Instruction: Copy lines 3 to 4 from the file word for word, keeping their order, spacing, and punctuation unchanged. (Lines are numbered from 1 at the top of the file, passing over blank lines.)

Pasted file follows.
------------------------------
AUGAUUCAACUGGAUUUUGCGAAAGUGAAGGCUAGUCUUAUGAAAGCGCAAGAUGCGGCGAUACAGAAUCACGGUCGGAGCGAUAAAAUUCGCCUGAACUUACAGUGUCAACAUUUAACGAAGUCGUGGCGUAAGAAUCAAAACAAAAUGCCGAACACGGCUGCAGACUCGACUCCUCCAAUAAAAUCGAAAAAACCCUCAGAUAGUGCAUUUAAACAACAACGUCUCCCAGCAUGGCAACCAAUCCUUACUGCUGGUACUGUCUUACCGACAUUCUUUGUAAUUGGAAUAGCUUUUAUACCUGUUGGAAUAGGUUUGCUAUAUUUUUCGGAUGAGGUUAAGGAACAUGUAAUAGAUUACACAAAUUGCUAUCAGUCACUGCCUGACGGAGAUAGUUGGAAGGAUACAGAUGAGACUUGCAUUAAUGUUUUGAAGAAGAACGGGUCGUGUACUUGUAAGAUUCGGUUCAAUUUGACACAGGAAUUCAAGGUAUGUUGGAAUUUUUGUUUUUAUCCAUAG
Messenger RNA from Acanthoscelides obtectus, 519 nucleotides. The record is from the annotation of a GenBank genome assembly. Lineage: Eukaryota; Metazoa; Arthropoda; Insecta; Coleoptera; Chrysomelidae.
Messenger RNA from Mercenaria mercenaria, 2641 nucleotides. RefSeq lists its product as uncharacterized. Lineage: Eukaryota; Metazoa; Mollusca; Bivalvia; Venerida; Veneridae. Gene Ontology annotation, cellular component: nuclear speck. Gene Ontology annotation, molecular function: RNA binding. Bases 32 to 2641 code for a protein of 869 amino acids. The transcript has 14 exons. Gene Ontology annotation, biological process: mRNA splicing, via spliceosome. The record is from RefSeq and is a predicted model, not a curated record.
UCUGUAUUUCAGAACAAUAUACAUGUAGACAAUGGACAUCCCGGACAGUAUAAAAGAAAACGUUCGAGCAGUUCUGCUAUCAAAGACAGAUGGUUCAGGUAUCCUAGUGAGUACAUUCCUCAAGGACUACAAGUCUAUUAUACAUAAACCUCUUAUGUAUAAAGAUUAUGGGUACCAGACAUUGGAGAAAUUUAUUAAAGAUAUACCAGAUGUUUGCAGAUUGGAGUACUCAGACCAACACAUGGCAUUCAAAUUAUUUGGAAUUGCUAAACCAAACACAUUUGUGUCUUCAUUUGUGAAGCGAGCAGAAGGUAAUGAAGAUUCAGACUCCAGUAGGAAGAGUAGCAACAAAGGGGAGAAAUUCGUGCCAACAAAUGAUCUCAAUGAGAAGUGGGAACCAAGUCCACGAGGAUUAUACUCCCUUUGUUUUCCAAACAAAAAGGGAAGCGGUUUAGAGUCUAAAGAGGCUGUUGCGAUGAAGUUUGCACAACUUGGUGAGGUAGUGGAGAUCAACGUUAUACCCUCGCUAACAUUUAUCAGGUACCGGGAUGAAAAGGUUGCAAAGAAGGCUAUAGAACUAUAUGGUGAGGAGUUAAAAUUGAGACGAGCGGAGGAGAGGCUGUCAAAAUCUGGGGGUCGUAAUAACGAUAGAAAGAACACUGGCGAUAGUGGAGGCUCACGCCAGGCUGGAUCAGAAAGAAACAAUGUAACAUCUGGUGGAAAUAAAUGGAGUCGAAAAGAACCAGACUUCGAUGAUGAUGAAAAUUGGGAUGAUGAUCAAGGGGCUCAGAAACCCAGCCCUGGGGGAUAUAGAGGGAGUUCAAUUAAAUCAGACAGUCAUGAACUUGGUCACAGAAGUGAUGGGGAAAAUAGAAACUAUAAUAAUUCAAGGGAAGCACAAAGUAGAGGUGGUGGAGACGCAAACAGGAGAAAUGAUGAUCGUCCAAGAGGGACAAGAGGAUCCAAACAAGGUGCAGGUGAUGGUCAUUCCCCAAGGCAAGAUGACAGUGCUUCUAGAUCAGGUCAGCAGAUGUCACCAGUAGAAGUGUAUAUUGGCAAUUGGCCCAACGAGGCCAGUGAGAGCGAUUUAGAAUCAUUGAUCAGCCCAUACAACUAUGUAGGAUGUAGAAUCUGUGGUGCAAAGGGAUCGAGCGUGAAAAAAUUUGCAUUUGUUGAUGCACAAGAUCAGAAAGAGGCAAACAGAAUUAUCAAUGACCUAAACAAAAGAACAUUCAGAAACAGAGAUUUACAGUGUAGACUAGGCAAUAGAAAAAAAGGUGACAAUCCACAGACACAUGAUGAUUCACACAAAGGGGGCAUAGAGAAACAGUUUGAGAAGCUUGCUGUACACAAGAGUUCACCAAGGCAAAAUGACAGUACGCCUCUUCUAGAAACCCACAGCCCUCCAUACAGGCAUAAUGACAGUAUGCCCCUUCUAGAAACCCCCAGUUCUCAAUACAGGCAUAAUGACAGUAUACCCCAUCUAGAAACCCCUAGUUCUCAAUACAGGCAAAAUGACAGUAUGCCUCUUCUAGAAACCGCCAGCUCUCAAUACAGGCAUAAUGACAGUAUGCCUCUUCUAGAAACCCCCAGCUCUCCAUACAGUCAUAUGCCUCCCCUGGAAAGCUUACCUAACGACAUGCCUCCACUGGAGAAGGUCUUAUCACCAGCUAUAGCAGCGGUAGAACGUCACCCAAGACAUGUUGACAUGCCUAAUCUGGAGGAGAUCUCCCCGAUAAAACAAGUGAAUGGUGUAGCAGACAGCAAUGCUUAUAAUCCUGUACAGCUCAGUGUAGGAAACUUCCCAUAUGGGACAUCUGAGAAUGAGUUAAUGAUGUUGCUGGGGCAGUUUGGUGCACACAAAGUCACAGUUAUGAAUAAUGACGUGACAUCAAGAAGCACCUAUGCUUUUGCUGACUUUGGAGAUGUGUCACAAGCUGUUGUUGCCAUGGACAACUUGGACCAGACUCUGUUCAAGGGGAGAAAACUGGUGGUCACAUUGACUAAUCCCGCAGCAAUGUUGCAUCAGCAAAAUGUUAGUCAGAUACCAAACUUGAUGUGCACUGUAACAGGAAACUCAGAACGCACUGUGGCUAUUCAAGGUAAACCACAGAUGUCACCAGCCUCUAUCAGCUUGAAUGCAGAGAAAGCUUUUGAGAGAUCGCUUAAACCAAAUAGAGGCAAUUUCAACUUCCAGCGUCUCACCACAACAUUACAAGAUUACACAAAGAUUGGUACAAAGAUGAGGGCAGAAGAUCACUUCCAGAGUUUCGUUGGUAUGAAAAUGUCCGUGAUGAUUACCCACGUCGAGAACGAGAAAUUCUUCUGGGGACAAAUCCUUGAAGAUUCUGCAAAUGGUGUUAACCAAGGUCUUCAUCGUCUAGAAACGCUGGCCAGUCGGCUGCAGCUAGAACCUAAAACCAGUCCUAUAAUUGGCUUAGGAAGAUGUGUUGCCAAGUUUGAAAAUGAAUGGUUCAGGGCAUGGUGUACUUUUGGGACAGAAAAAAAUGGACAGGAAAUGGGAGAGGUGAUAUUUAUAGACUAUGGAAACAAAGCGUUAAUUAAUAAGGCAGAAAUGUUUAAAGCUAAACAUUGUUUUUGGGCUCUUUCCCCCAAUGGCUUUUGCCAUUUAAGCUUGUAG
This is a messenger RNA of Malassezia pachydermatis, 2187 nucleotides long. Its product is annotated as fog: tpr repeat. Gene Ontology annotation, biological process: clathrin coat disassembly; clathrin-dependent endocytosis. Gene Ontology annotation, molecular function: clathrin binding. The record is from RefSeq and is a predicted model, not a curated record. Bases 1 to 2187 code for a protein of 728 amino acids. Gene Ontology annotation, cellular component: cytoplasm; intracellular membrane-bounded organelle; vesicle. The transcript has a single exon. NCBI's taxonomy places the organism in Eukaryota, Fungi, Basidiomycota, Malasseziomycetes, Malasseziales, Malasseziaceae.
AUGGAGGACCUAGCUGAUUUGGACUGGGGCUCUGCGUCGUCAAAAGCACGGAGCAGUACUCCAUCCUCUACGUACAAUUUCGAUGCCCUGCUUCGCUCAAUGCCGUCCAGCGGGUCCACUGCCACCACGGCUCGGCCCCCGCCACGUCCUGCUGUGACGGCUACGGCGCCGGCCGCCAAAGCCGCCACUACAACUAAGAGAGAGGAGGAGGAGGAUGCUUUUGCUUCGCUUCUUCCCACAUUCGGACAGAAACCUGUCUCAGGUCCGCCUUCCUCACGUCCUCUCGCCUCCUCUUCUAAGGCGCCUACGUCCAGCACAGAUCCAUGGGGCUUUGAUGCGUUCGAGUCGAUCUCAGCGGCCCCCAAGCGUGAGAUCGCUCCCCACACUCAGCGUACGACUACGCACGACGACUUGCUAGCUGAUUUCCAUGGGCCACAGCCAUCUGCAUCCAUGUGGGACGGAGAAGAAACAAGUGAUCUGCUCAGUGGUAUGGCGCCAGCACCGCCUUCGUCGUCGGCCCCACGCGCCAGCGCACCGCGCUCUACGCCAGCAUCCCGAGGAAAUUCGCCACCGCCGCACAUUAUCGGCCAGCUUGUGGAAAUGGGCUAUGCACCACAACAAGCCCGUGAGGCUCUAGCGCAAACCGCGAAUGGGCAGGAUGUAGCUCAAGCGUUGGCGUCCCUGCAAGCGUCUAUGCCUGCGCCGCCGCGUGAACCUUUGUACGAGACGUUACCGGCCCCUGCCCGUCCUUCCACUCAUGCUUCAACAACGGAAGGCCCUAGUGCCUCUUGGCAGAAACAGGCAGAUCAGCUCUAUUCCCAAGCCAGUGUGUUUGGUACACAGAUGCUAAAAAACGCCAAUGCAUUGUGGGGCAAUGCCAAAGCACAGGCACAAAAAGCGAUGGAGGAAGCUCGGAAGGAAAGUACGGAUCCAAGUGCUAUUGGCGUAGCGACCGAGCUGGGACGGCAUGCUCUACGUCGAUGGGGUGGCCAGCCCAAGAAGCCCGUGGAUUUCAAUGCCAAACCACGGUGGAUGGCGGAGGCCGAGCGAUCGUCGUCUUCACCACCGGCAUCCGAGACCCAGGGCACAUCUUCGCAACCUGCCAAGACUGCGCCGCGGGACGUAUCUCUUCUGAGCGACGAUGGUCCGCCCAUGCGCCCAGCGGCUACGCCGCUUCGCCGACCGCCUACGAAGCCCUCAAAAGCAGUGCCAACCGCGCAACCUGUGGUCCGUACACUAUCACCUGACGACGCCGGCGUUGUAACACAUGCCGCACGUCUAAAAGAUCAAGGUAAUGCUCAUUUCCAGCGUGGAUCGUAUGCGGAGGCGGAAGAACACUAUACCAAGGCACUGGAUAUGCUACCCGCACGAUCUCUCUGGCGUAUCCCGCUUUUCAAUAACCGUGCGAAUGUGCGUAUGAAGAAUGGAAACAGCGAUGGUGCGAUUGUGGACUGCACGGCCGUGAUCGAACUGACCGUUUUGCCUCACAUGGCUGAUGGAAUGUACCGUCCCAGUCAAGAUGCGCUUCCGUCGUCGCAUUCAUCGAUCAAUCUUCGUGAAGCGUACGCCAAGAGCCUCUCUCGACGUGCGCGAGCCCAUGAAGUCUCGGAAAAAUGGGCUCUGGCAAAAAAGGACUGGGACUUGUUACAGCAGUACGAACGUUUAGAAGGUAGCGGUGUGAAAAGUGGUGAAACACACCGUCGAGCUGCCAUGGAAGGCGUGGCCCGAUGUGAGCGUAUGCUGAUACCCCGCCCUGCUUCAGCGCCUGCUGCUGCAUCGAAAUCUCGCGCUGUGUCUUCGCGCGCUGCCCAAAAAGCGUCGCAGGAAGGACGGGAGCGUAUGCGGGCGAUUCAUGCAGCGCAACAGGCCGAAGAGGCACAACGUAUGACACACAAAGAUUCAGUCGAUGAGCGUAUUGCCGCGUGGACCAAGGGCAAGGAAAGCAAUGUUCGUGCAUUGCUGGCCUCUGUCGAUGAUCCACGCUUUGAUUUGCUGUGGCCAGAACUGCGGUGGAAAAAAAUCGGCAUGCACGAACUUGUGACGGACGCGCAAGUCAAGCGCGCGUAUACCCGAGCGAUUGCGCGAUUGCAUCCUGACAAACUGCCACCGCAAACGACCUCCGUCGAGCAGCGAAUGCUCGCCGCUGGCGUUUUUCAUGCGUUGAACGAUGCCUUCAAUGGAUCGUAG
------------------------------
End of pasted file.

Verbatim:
Messenger RNA from Mercenaria mercenaria, 2641 nucleotides. RefSeq lists its product as uncharacterized. Lineage: Eukaryota; Metazoa; Mollusca; Bivalvia; Venerida; Veneridae. Gene Ontology annotation, cellular component: nuclear speck. Gene Ontology annotation, molecular function: RNA binding. Bases 32 to 2641 code for a protein of 869 amino acids. The transcript has 14 exons. Gene Ontology annotation, biological process: mRNA splicing, via spliceosome. The record is from RefSeq and is a predicted model, not a curated record.
UCUGUAUUUCAGAACAAUAUACAUGUAGACAAUGGACAUCCCGGACAGUAUAAAAGAAAACGUUCGAGCAGUUCUGCUAUCAAAGACAGAUGGUUCAGGUAUCCUAGUGAGUACAUUCCUCAAGGACUACAAGUCUAUUAUACAUAAACCUCUUAUGUAUAAAGAUUAUGGGUACCAGACAUUGGAGAAAUUUAUUAAAGAUAUACCAGAUGUUUGCAGAUUGGAGUACUCAGACCAACACAUGGCAUUCAAAUUAUUUGGAAUUGCUAAACCAAACACAUUUGUGUCUUCAUUUGUGAAGCGAGCAGAAGGUAAUGAAGAUUCAGACUCCAGUAGGAAGAGUAGCAACAAAGGGGAGAAAUUCGUGCCAACAAAUGAUCUCAAUGAGAAGUGGGAACCAAGUCCACGAGGAUUAUACUCCCUUUGUUUUCCAAACAAAAAGGGAAGCGGUUUAGAGUCUAAAGAGGCUGUUGCGAUGAAGUUUGCACAACUUGGUGAGGUAGUGGAGAUCAACGUUAUACCCUCGCUAACAUUUAUCAGGUACCGGGAUGAAAAGGUUGCAAAGAAGGCUAUAGAACUAUAUGGUGAGGAGUUAAAAUUGAGACGAGCGGAGGAGAGGCUGUCAAAAUCUGGGGGUCGUAAUAACGAUAGAAAGAACACUGGCGAUAGUGGAGGCUCACGCCAGGCUGGAUCAGAAAGAAACAAUGUAACAUCUGGUGGAAAUAAAUGGAGUCGAAAAGAACCAGACUUCGAUGAUGAUGAAAAUUGGGAUGAUGAUCAAGGGGCUCAGAAACCCAGCCCUGGGGGAUAUAGAGGGAGUUCAAUUAAAUCAGACAGUCAUGAACUUGGUCACAGAAGUGAUGGGGAAAAUAGAAACUAUAAUAAUUCAAGGGAAGCACAAAGUAGAGGUGGUGGAGACGCAAACAGGAGAAAUGAUGAUCGUCCAAGAGGGACAAGAGGAUCCAAACAAGGUGCAGGUGAUGGUCAUUCCCCAAGGCAAGAUGACAGUGCUUCUAGAUCAGGUCAGCAGAUGUCACCAGUAGAAGUGUAUAUUGGCAAUUGGCCCAACGAGGCCAGUGAGAGCGAUUUAGAAUCAUUGAUCAGCCCAUACAACUAUGUAGGAUGUAGAAUCUGUGGUGCAAAGGGAUCGAGCGUGAAAAAAUUUGCAUUUGUUGAUGCACAAGAUCAGAAAGAGGCAAACAGAAUUAUCAAUGACCUAAACAAAAGAACAUUCAGAAACAGAGAUUUACAGUGUAGACUAGGCAAUAGAAAAAAAGGUGACAAUCCACAGACACAUGAUGAUUCACACAAAGGGGGCAUAGAGAAACAGUUUGAGAAGCUUGCUGUACACAAGAGUUCACCAAGGCAAAAUGACAGUACGCCUCUUCUAGAAACCCACAGCCCUCCAUACAGGCAUAAUGACAGUAUGCCCCUUCUAGAAACCCCCAGUUCUCAAUACAGGCAUAAUGACAGUAUACCCCAUCUAGAAACCCCUAGUUCUCAAUACAGGCAAAAUGACAGUAUGCCUCUUCUAGAAACCGCCAGCUCUCAAUACAGGCAUAAUGACAGUAUGCCUCUUCUAGAAACCCCCAGCUCUCCAUACAGUCAUAUGCCUCCCCUGGAAAGCUUACCUAACGACAUGCCUCCACUGGAGAAGGUCUUAUCACCAGCUAUAGCAGCGGUAGAACGUCACCCAAGACAUGUUGACAUGCCUAAUCUGGAGGAGAUCUCCCCGAUAAAACAAGUGAAUGGUGUAGCAGACAGCAAUGCUUAUAAUCCUGUACAGCUCAGUGUAGGAAACUUCCCAUAUGGGACAUCUGAGAAUGAGUUAAUGAUGUUGCUGGGGCAGUUUGGUGCACACAAAGUCACAGUUAUGAAUAAUGACGUGACAUCAAGAAGCACCUAUGCUUUUGCUGACUUUGGAGAUGUGUCACAAGCUGUUGUUGCCAUGGACAACUUGGACCAGACUCUGUUCAAGGGGAGAAAACUGGUGGUCACAUUGACUAAUCCCGCAGCAAUGUUGCAUCAGCAAAAUGUUAGUCAGAUACCAAACUUGAUGUGCACUGUAACAGGAAACUCAGAACGCACUGUGGCUAUUCAAGGUAAACCACAGAUGUCACCAGCCUCUAUCAGCUUGAAUGCAGAGAAAGCUUUUGAGAGAUCGCUUAAACCAAAUAGAGGCAAUUUCAACUUCCAGCGUCUCACCACAACAUUACAAGAUUACACAAAGAUUGGUACAAAGAUGAGGGCAGAAGAUCACUUCCAGAGUUUCGUUGGUAUGAAAAUGUCCGUGAUGAUUACCCACGUCGAGAACGAGAAAUUCUUCUGGGGACAAAUCCUUGAAGAUUCUGCAAAUGGUGUUAACCAAGGUCUUCAUCGUCUAGAAACGCUGGCCAGUCGGCUGCAGCUAGAACCUAAAACCAGUCCUAUAAUUGGCUUAGGAAGAUGUGUUGCCAAGUUUGAAAAUGAAUGGUUCAGGGCAUGGUGUACUUUUGGGACAGAAAAAAAUGGACAGGAAAUGGGAGAGGUGAUAUUUAUAGACUAUGGAAACAAAGCGUUAAUUAAUAAGGCAGAAAUGUUUAAAGCUAAACAUUGUUUUUGGGCUCUUUCCCCCAAUGGCUUUUGCCAUUUAAGCUUGUAG